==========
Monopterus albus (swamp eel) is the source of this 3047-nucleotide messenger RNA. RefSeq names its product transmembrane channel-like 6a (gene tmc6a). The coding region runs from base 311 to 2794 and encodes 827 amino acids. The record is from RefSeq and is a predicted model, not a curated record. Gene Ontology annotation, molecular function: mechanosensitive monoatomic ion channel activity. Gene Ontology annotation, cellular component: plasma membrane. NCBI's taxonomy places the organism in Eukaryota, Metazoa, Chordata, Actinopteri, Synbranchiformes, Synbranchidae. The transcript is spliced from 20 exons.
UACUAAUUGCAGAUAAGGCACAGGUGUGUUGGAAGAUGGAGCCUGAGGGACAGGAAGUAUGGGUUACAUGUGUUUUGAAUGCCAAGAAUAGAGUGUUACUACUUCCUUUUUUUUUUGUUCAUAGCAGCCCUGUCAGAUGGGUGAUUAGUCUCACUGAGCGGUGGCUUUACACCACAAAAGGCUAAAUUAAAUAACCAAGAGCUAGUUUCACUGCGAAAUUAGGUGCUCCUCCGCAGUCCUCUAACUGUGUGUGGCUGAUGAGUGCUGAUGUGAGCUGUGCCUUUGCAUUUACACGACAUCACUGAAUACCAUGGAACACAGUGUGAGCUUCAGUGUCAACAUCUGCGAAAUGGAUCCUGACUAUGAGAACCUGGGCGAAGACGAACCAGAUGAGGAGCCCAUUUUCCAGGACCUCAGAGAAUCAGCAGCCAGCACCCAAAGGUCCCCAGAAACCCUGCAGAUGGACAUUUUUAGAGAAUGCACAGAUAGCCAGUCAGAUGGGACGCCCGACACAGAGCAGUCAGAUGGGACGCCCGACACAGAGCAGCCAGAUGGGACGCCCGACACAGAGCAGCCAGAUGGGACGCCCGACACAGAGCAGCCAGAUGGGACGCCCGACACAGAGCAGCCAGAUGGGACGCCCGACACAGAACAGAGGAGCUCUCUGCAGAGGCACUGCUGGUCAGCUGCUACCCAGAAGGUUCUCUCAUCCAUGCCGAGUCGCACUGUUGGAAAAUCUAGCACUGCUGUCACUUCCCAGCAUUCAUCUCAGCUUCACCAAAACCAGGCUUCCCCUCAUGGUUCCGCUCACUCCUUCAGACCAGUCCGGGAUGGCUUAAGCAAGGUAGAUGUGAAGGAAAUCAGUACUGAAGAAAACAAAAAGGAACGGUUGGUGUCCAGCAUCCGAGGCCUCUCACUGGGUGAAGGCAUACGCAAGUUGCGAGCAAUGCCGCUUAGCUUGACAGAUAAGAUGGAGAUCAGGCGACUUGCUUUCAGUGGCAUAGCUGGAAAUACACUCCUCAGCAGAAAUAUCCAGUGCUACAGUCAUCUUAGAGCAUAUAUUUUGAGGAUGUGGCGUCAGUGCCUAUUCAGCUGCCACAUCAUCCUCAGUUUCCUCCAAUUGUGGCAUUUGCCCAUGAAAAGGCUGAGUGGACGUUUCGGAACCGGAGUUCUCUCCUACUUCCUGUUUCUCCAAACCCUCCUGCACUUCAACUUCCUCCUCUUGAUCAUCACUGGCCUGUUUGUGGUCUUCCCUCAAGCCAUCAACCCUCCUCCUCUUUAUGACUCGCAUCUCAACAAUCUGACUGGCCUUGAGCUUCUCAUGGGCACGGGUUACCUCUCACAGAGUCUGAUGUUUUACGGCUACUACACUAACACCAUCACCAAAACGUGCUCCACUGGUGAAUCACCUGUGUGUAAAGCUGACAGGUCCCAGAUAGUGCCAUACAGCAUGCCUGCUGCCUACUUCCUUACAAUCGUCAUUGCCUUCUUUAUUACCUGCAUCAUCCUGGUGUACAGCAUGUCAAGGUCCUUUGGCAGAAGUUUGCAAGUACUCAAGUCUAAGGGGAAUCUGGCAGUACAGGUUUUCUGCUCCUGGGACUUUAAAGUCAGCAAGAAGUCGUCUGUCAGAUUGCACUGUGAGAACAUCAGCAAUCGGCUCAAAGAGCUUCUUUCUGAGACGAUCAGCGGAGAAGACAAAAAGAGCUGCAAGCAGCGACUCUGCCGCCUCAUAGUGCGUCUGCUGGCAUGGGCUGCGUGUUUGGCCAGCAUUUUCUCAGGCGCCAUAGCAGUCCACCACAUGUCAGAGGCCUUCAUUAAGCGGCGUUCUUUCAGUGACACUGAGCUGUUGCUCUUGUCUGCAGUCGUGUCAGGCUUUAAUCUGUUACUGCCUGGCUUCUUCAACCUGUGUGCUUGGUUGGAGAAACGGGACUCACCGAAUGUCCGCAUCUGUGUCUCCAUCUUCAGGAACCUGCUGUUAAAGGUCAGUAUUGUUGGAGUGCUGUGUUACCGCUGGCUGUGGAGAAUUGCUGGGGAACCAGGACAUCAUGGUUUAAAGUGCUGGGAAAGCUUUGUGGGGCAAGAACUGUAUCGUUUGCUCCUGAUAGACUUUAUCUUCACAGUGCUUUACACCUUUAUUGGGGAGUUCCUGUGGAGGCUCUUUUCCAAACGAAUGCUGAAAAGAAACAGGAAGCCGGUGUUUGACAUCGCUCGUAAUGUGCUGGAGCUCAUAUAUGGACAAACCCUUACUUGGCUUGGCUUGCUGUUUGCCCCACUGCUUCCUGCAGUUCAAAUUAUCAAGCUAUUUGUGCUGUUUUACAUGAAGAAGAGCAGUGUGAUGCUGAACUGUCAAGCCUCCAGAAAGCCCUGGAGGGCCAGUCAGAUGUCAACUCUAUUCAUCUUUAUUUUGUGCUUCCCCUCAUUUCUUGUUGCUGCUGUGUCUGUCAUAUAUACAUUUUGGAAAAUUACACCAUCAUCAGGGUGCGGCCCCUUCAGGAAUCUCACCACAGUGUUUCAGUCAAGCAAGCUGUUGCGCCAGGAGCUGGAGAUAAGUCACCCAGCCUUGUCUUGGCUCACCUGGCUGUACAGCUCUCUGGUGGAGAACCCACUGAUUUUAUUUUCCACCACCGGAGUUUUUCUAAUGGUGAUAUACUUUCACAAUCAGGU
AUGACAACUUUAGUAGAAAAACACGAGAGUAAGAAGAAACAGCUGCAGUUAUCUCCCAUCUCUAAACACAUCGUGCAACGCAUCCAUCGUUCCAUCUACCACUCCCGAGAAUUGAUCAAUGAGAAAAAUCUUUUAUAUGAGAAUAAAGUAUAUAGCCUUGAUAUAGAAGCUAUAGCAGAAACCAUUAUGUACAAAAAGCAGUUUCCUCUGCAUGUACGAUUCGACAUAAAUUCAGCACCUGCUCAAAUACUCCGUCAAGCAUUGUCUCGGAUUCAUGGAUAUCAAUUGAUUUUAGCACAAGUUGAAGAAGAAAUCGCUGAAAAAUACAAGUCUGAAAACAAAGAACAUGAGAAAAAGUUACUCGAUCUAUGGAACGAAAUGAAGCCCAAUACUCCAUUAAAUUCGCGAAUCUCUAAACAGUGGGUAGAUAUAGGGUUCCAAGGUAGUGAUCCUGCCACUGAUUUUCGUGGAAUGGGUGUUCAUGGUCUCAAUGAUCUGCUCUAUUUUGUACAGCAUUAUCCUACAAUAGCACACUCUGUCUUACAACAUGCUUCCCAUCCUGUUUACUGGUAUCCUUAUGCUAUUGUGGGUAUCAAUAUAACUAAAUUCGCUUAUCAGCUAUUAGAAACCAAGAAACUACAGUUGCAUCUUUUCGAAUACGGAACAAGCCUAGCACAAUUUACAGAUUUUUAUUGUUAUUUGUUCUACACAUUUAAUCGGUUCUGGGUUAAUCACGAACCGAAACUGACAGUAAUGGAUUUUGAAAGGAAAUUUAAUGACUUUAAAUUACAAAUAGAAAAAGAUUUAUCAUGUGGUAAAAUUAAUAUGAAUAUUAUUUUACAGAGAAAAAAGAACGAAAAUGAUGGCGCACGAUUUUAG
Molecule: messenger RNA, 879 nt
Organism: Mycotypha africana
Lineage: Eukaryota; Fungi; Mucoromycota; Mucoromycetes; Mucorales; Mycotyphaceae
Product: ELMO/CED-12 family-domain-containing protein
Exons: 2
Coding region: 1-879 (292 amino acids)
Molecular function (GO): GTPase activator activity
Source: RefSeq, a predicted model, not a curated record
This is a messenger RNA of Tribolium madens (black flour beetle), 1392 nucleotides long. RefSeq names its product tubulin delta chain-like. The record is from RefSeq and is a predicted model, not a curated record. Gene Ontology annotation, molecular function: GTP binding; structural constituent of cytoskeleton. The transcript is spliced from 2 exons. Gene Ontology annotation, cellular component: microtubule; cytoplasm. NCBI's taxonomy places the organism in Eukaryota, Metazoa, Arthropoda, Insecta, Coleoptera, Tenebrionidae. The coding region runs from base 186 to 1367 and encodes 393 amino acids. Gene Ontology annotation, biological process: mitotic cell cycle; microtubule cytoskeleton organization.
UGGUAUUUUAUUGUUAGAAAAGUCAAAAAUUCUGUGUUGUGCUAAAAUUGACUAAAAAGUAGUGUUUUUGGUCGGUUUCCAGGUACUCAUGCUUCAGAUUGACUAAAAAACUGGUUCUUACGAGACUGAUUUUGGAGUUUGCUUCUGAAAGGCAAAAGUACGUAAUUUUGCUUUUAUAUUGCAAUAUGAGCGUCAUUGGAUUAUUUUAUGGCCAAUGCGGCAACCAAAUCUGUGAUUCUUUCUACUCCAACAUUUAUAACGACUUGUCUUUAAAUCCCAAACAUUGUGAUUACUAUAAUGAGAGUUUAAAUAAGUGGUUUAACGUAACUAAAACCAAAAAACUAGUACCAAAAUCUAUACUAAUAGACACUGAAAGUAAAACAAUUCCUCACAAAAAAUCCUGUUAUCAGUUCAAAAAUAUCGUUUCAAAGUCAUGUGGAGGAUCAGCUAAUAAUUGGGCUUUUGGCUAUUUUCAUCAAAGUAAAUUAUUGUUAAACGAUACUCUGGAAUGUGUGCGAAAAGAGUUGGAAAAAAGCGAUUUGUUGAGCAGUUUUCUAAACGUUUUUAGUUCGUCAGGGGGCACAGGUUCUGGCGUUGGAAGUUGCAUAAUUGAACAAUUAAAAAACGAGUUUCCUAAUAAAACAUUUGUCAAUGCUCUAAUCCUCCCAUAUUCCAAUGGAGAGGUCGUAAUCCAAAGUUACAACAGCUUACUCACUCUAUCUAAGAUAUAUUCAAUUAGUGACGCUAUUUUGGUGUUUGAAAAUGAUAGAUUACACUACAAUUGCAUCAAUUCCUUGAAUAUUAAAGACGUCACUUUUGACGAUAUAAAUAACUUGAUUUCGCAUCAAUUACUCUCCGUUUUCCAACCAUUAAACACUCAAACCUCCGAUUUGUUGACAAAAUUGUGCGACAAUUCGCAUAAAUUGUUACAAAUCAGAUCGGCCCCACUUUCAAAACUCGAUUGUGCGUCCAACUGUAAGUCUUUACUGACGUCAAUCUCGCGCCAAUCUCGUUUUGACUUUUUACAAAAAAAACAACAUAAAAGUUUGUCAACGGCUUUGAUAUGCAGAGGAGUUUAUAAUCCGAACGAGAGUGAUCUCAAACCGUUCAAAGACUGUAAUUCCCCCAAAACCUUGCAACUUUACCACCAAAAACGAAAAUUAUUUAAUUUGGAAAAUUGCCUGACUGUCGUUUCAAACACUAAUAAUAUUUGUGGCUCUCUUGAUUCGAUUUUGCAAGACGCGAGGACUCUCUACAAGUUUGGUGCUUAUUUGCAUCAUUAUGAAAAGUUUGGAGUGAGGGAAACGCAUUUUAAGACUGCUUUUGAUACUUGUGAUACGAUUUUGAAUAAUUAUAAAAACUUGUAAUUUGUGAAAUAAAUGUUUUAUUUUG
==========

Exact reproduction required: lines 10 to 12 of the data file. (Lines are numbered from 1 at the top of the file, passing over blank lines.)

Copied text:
Molecular function (GO): GTPase activator activity
Source: RefSeq, a predicted model, not a curated record
This is a messenger RNA of Tribolium madens (black flour beetle), 1392 nucleotides long. RefSeq names its product tubulin delta chain-like. The record is from RefSeq and is a predicted model, not a curated record. Gene Ontology annotation, molecular function: GTP binding; structural constituent of cytoskeleton. The transcript is spliced from 2 exons. Gene Ontology annotation, cellular component: microtubule; cytoplasm. NCBI's taxonomy places the organism in Eukaryota, Metazoa, Arthropoda, Insecta, Coleoptera, Tenebrionidae. The coding region runs from base 186 to 1367 and encodes 393 amino acids. Gene Ontology annotation, biological process: mitotic cell cycle; microtubule cytoskeleton organization.